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Implementation of the National Policy on Food Safety NPFS would minimize the risk of outbreak of diseases arising from poor safety practices and reduce the prevalence of food-borne and related diseases.

Regulating food-borne illness: investigation, control and enforcement

The Federal Ministry of Health is responsible for the formulation of national policies, guidelines and regulations on food safety including monitoring and evaluation. It is also responsible for the assessment of the nutritive value of food, environmental sanitation, food environment and handlers, control of food borne disease, quality of public water from taps, as well as national and international matters relating to food. The National Agency for Food and Drug Administration and Control NAFDAC is responsible for the regulation and control of the importation, exportation, manufacture, advertisement, distribution, sale and use of food, drug, cosmetics, medical devices, chemicals, packaged water and detergent at Federal and State levels in Nigeria.

Appropriate tests are conducted and compliance with standard specifications for the effective control of the quality of food, bottled water and the raw materials as well as their production processes in factories and other establishments is ensured.

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The Agency undertakes appropriate investigations into production premises and raw materials for food and establishes relevant quality assurance systems including certification of the production sites and the regulated products and pronounces on the quality and safety of food, bottled water and chemicals. The role of the Agency also includes the inspection of imported food facilities to ascertain relevant quality assurance systems necessary for certification of the imported food product.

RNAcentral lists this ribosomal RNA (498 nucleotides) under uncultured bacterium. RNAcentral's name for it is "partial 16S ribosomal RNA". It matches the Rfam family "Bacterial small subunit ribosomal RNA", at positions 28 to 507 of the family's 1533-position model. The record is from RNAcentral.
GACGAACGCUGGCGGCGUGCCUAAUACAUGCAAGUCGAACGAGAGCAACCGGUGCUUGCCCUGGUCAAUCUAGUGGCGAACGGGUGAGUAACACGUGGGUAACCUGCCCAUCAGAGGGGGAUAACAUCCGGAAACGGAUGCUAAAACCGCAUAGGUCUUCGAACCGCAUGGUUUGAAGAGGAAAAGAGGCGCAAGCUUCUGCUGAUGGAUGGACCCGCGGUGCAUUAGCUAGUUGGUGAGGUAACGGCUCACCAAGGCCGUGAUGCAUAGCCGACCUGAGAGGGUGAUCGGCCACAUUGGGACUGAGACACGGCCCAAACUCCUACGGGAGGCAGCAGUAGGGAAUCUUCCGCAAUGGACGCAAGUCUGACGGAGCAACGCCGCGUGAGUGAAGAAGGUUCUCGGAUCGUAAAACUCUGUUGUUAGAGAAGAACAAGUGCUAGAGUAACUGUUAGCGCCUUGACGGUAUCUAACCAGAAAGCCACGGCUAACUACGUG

The Standards Organisation of Nigeria is responsible for the formulation and enforcement of set standards on the composition of imported and locally manufactured food. The Federal Ministry of Agriculture and Rural Development is responsible for formulating policies on primary agricultural production and practices which cover plants, animals, pests and diseases etc.

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The Federal Department of Fisheries has the responsibility for ensuring that fish and fishery products produced, imported into or exported from Nigeria conform to international quality standards of wholesomeness as stipulated in the Sea Fisheries Fish Inspection and Quality Assurance Regulation of The aim of all of which is to ensure compliance with the Fish Quality and Quarantine Services Regulation of Consumer Protection Council is the government agency responsible for protecting consumers from unwholesome practices and assisting them seek redress for unscrupulous practices and exploitation.

The agency encourages trade, industry and professional associations to develop and enforce quality standards designed to safeguard the interest of the consumer. The Federal Ministry of Environment has a role to play in the control of environmental food contaminants, persistent organic pollutants, environmental pollution, waste disposal, etc. Federal Ministry of Education has a role to play through enlightenment and manpower development by incorporating subjects on safe food handling in the school curriculum and courses on Food Safety Management Systems i.

Tertiary and Research Institutes are responsible for research and will provide scientific basis for policy development and programme design in addition to relevant training programmes for capacity building and manpower development. The private sector is also expected to collaborate and complement government efforts in specific areas of education and awareness creation on the need to adopt and cultivate safe food handling habits by all categories of employees.

It is recommended that small and medium scale entrepreneurs complement the efforts of the regulatory bodies by forming umbrella associations e. This enables the group to easily arrange consultative meetings with the regulatory bodies during which their views, issues of concerns and capacities are discussed and taken into account during decision making. Forming such associations also enables the regulatory bodies organize targeted capacity building training programmes for the group.